How important is tempo and bpm in audio branding
I host a dance show every Friday and Saturday night in Kent on kmfm called Floorfiller Anthems and I know that many people here will have dance shows or dance-based stations so thought I should share this little tip.
For me, my show is very commercial with most of the dance music being between 120 and 130bpm depending on how new/old it is.
When I make the production for this show I tend to make a suite of imaging across the tempos. So I have a suite of 120-123bpm, 124-126bpm and 127-130bpm. Now the reason for this is I want a seamless experience for the show and listener.
The 3 “before I start a session” things are:
Tempo in the session
I always set the session tempo to that of the tracks I am playing. Depending on the DAW you use, get used to playing with this. Not only does it help with the next point (coming below) but it also helps you build your imaging to grid and to time. For example, most of my sweepers are 1 bar (4 beats) in length so when it comes to segueing my show together I have all the tools to make it flow.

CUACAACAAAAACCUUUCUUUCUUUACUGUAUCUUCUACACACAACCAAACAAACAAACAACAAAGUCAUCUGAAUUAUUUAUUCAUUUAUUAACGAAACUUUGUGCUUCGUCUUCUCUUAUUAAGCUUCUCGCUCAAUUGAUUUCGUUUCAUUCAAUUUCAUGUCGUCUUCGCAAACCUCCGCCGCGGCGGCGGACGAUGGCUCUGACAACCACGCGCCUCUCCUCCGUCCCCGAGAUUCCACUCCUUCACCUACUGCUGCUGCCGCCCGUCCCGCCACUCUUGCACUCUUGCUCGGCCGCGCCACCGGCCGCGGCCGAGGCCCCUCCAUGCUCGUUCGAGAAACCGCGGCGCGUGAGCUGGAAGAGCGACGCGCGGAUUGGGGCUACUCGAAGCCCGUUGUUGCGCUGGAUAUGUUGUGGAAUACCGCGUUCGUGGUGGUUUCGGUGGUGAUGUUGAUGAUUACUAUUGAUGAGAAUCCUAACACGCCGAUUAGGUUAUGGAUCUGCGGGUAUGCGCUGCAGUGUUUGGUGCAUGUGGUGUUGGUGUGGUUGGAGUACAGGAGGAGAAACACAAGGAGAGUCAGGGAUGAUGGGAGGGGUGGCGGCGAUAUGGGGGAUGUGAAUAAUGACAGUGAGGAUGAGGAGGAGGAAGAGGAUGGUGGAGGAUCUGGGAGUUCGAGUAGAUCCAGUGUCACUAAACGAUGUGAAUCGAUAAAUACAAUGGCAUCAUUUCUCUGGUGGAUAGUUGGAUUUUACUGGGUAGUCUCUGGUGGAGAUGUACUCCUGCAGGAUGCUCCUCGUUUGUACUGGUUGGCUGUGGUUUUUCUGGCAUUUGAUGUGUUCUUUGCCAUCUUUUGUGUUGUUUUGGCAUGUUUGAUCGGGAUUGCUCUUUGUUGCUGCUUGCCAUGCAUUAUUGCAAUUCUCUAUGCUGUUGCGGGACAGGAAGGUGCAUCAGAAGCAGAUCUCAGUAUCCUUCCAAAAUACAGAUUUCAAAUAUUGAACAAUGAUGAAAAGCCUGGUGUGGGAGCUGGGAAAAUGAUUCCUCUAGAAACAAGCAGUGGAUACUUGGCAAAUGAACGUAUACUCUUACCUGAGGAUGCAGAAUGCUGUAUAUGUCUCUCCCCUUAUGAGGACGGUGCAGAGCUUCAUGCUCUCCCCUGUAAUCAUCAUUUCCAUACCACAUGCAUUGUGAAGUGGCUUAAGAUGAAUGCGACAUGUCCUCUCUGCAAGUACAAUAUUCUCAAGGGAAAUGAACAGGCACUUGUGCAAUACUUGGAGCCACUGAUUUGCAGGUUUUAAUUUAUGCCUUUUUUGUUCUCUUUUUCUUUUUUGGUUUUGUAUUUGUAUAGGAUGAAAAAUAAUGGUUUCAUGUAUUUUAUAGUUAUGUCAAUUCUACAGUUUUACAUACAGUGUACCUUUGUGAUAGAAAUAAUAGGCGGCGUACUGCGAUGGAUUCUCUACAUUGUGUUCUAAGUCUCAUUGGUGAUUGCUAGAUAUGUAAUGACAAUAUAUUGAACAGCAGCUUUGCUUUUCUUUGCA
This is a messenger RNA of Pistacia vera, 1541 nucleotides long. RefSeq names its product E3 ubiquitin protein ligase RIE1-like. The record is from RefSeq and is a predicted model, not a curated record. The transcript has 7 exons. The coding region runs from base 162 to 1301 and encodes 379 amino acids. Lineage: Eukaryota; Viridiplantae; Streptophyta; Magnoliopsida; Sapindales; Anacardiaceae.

Delays and FX
You now have your session tempo and your production to grid, it’s time to start playing with FX! Your sound design you can now place on beat or think about cool panning fx, chops etc to beat. You can also use some really great delays to tempo now too. I have a couple to go from Waves (link) Byome and Fabfilter.
Get some music in that session!
When I have made the sweepers/IDs I tend to drag music into the session and see how they play against and over the top of the playlist. Make sure when you do this, the tracks are bussed out and not being treated by your master chain!! (Take a read of my other blog about referencing in your session because this is super helpful)I do this just to be sure that fx are not too harsh, there is nothing too musical that can cause key clashes and vocally it cuts through.
Now as Mista Jam would say “grab a beveragino” and go and have a play and see how that helps.